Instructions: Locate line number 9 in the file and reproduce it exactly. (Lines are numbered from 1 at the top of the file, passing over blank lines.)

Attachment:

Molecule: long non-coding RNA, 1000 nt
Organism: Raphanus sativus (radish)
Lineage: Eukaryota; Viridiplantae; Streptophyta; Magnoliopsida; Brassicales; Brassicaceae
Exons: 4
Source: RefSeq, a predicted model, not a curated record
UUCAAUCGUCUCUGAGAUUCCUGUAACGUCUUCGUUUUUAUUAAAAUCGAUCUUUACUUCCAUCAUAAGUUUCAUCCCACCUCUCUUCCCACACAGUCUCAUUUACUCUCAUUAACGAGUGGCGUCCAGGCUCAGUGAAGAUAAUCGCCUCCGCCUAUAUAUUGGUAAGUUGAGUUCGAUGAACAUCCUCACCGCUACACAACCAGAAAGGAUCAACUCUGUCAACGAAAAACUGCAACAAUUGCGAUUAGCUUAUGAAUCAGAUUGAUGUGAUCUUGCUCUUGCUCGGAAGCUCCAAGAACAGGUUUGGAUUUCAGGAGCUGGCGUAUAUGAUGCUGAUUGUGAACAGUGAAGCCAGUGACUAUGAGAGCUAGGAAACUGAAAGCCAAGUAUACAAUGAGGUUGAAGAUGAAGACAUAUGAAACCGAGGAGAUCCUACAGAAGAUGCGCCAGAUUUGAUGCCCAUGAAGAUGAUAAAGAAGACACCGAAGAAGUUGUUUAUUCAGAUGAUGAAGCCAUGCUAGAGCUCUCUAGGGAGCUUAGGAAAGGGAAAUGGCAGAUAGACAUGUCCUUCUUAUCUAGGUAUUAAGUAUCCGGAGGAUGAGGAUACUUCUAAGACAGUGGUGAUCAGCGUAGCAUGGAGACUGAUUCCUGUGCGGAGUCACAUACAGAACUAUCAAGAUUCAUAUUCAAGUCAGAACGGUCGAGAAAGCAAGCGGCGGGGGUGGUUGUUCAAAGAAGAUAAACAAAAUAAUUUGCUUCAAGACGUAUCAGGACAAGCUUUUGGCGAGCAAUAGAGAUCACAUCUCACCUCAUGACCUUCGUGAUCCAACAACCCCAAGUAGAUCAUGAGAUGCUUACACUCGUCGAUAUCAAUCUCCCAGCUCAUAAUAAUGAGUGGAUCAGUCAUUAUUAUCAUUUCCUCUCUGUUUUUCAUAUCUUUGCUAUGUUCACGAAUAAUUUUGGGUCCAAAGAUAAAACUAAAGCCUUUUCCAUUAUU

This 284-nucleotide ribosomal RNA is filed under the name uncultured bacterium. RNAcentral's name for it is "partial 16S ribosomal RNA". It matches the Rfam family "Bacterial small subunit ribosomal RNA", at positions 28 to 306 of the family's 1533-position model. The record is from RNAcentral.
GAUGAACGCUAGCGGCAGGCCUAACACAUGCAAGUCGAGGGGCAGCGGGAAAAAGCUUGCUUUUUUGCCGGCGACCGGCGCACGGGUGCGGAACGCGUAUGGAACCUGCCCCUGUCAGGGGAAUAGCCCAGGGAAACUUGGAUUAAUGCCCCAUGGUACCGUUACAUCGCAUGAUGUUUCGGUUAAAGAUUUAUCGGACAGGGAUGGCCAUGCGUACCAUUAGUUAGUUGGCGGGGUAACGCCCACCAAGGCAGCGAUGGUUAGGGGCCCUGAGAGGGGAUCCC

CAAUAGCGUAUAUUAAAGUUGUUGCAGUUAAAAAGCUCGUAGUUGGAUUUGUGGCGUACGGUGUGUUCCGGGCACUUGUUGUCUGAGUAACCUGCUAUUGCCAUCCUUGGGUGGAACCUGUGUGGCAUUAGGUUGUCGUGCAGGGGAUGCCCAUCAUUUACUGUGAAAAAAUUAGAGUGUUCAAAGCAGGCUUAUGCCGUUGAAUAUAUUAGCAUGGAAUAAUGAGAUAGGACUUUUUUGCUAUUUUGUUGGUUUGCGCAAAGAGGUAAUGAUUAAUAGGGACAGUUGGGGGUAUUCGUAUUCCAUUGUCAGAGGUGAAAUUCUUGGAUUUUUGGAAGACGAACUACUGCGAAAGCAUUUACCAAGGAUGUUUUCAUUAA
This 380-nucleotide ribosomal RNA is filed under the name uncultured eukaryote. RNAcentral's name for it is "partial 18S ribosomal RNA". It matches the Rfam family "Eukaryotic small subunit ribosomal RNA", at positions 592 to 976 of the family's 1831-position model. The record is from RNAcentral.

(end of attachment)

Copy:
CAAUAGCGUAUAUUAAAGUUGUUGCAGUUAAAAAGCUCGUAGUUGGAUUUGUGGCGUACGGUGUGUUCCGGGCACUUGUUGUCUGAGUAACCUGCUAUUGCCAUCCUUGGGUGGAACCUGUGUGGCAUUAGGUUGUCGUGCAGGGGAUGCCCAUCAUUUACUGUGAAAAAAUUAGAGUGUUCAAAGCAGGCUUAUGCCGUUGAAUAUAUUAGCAUGGAAUAAUGAGAUAGGACUUUUUUGCUAUUUUGUUGGUUUGCGCAAAGAGGUAAUGAUUAAUAGGGACAGUUGGGGGUAUUCGUAUUCCAUUGUCAGAGGUGAAAUUCUUGGAUUUUUGGAAGACGAACUACUGCGAAAGCAUUUACCAAGGAUGUUUUCAUUAA